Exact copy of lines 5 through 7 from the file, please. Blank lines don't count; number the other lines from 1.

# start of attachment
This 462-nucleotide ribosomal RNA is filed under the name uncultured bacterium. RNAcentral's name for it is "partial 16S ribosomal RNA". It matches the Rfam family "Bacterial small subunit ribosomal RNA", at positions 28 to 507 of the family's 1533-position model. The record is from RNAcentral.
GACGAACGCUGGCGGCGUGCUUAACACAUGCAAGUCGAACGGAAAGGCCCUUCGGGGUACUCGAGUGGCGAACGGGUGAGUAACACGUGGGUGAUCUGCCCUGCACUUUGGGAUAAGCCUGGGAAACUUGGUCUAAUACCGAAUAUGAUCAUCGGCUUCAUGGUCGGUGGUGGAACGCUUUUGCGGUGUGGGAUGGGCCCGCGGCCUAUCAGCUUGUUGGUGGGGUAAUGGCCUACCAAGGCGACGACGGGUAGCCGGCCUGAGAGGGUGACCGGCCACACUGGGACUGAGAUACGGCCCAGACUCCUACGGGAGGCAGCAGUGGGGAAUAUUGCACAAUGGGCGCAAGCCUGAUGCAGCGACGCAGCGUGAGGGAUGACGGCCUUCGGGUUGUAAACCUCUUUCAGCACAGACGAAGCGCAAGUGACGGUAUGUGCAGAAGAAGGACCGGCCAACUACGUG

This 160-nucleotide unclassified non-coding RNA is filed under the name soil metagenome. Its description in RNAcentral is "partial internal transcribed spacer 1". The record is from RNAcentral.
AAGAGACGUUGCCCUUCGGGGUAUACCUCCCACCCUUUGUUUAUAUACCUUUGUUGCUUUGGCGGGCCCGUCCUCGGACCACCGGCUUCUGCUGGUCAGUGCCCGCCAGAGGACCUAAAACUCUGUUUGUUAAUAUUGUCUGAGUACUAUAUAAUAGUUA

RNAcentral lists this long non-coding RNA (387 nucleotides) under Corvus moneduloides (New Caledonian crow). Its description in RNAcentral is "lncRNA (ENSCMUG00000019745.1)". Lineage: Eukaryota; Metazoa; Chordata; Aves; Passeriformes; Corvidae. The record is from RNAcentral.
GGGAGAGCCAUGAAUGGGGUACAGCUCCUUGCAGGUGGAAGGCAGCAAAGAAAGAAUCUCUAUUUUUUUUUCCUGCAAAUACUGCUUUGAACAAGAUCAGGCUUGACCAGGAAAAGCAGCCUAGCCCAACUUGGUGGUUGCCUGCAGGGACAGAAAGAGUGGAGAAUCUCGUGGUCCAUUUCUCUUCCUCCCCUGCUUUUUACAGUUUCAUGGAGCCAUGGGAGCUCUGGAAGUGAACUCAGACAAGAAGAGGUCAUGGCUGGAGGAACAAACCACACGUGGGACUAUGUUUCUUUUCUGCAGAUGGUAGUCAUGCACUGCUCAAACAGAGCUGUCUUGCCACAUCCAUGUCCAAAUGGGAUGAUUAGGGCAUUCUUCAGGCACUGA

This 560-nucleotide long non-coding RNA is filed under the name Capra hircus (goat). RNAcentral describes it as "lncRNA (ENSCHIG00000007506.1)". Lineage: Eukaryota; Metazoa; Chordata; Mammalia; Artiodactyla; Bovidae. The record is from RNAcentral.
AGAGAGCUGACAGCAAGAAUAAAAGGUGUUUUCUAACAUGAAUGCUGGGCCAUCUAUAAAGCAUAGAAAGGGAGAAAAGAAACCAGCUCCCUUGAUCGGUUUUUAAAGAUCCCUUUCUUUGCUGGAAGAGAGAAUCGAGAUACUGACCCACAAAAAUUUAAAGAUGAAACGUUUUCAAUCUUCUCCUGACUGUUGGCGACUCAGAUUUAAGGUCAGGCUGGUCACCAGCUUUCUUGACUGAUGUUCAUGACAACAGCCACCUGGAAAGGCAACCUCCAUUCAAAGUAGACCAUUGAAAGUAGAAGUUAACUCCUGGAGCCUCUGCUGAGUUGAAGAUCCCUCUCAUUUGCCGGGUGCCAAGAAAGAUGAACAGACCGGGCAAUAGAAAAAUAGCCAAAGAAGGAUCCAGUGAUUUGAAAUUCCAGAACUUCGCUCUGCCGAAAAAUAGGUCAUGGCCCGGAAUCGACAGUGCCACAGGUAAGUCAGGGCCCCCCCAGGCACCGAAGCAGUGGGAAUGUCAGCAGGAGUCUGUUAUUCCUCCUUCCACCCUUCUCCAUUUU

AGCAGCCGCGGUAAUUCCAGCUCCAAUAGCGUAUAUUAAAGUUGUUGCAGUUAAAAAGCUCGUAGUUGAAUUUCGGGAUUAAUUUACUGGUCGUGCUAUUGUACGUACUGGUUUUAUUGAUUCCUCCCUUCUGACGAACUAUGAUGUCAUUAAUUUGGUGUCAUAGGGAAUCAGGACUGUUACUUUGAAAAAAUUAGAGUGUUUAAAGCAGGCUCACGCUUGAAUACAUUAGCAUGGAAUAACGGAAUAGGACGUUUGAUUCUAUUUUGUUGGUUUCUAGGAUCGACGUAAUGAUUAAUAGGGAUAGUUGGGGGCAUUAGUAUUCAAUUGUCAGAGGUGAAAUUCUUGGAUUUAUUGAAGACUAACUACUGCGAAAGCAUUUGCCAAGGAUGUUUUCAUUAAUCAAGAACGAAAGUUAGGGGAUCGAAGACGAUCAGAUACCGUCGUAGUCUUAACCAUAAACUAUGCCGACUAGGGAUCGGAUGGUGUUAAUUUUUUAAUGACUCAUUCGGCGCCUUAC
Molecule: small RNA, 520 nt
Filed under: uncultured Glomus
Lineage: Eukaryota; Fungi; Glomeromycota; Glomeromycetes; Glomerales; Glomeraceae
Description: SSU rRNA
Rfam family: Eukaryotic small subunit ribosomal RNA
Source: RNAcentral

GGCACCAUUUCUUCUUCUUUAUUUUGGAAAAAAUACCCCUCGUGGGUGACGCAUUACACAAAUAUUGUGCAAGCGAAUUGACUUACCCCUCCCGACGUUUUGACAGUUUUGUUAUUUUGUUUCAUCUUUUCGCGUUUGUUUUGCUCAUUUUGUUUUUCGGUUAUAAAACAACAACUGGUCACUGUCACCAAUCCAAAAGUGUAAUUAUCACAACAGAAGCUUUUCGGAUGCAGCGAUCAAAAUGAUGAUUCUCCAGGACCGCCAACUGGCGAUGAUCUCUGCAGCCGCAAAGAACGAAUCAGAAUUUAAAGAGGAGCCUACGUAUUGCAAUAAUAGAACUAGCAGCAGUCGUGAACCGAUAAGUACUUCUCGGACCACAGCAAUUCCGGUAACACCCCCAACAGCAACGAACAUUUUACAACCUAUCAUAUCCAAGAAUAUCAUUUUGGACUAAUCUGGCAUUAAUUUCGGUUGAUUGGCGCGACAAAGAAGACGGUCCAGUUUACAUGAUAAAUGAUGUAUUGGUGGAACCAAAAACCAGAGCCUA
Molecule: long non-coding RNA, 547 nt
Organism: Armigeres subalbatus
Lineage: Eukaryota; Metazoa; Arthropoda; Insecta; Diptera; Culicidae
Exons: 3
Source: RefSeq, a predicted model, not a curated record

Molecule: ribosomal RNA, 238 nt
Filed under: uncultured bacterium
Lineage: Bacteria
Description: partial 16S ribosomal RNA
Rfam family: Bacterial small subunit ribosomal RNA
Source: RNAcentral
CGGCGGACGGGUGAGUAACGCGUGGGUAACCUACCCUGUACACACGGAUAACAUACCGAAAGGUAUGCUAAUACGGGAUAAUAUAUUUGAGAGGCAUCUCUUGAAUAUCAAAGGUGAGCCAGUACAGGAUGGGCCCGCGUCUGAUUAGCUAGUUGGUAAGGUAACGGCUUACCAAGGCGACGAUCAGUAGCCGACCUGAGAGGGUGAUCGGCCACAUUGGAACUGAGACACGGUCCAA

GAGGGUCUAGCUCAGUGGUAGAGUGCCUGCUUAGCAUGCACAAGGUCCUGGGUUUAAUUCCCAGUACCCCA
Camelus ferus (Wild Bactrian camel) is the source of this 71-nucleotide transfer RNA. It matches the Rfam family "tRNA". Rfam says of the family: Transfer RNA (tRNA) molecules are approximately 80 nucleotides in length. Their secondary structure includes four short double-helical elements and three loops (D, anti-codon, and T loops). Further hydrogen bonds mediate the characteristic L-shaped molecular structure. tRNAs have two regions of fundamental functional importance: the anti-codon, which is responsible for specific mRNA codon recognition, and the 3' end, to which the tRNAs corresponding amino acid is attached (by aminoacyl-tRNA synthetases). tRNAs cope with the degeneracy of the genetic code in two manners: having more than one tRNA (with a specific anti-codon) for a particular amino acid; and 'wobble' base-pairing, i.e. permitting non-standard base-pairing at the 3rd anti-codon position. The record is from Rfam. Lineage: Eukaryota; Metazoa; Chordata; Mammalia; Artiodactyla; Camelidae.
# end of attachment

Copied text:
RNAcentral lists this long non-coding RNA (387 nucleotides) under Corvus moneduloides (New Caledonian crow). Its description in RNAcentral is "lncRNA (ENSCMUG00000019745.1)". Lineage: Eukaryota; Metazoa; Chordata; Aves; Passeriformes; Corvidae. The record is from RNAcentral.
GGGAGAGCCAUGAAUGGGGUACAGCUCCUUGCAGGUGGAAGGCAGCAAAGAAAGAAUCUCUAUUUUUUUUUCCUGCAAAUACUGCUUUGAACAAGAUCAGGCUUGACCAGGAAAAGCAGCCUAGCCCAACUUGGUGGUUGCCUGCAGGGACAGAAAGAGUGGAGAAUCUCGUGGUCCAUUUCUCUUCCUCCCCUGCUUUUUACAGUUUCAUGGAGCCAUGGGAGCUCUGGAAGUGAACUCAGACAAGAAGAGGUCAUGGCUGGAGGAACAAACCACACGUGGGACUAUGUUUCUUUUCUGCAGAUGGUAGUCAUGCACUGCUCAAACAGAGCUGUCUUGCCACAUCCAUGUCCAAAUGGGAUGAUUAGGGCAUUCUUCAGGCACUGA

This 560-nucleotide long non-coding RNA is filed under the name Capra hircus (goat). RNAcentral describes it as "lncRNA (ENSCHIG00000007506.1)". Lineage: Eukaryota; Metazoa; Chordata; Mammalia; Artiodactyla; Bovidae. The record is from RNAcentral.